This study explored whether presenting grammar instruction within the context of reading and writing would improve writing skills. The participating schools were using a traditional grammar instruction in which grammar lessons were predominately taught using worksheets and were presented separately from other reading and writing activities. This was termed Discrete Grammar Instruction (DGI). The researchers introduced a contextualized grammar instruction approach, termed Embedded Grammar Instruction (EGI), which taught grammar within authentic contexts of reading and writing. Students in grades three through eight were assigned to either the EGI group (N = 164) or the DGI group (N = 156). Two subtests of the Test of Written Language- Third Edition (Hammill & Larsen, 1996) were given at pre- and posttest: Sentence Combining, which is a measure of grammatical complexity, and Contextual Conventions, which is a measure of written conventions (i.e., punctuation and capitalization). Following six weeks of instruction, the EGI group outperformed the DGI group on sentence combining ability, but no statistically significant differences were observed between the groups in use of contextual conventions. The results suggest that teaching grammar in context yields improvements in written grammar following a very short period of instruction and merits further exploration.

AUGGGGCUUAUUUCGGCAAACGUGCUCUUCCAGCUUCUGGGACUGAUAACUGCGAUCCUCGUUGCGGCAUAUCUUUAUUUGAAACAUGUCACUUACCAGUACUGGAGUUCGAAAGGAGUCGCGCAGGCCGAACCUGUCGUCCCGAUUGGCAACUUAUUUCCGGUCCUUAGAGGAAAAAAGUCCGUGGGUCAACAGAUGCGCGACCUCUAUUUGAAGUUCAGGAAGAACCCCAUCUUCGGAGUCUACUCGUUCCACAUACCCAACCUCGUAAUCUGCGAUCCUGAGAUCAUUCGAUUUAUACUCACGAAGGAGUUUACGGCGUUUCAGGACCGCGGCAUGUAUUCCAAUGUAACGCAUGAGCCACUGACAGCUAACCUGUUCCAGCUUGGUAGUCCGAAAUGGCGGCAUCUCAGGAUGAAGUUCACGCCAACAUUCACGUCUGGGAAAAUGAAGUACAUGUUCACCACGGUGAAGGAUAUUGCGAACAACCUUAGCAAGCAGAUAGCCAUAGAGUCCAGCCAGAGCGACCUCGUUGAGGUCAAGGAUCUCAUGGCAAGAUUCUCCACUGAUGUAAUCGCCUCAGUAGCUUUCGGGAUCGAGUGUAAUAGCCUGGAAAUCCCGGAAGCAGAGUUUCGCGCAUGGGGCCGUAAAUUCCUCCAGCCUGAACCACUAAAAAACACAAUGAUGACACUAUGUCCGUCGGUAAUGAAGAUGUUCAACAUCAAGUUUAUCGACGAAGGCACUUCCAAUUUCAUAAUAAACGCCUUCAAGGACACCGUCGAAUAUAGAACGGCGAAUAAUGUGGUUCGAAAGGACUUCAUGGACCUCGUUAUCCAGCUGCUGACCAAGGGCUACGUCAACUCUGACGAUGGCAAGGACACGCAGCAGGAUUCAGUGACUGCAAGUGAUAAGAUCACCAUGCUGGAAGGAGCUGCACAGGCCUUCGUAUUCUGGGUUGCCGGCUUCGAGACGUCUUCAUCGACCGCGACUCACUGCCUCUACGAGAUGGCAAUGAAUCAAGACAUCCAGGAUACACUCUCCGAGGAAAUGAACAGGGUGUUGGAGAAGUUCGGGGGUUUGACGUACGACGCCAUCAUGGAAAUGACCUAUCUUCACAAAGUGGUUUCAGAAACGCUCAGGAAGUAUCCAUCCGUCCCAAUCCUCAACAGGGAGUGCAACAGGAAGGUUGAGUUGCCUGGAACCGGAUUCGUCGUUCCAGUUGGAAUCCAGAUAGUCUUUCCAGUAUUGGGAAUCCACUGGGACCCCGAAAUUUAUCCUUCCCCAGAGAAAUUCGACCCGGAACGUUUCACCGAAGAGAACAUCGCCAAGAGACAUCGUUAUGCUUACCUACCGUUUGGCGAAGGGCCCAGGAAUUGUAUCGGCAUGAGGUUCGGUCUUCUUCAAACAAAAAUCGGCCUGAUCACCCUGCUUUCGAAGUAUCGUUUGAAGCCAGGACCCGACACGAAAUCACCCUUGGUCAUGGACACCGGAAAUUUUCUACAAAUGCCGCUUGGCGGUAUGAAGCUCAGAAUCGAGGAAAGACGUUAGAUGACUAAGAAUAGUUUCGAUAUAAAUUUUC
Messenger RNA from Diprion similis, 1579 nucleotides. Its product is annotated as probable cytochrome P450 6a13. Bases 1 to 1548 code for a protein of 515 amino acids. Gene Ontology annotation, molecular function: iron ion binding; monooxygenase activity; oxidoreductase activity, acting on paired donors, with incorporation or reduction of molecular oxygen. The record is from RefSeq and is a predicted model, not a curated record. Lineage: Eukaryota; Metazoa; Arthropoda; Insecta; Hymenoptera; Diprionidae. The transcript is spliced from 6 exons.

Collins, G., & Norris, J. (2017). Written Language Performance Following Embedded Grammar Instruction. Reading Horizons, 56 (3). Retrieved from http://scholarworks.wmich.edu/reading_horizons/vol56/iss3/4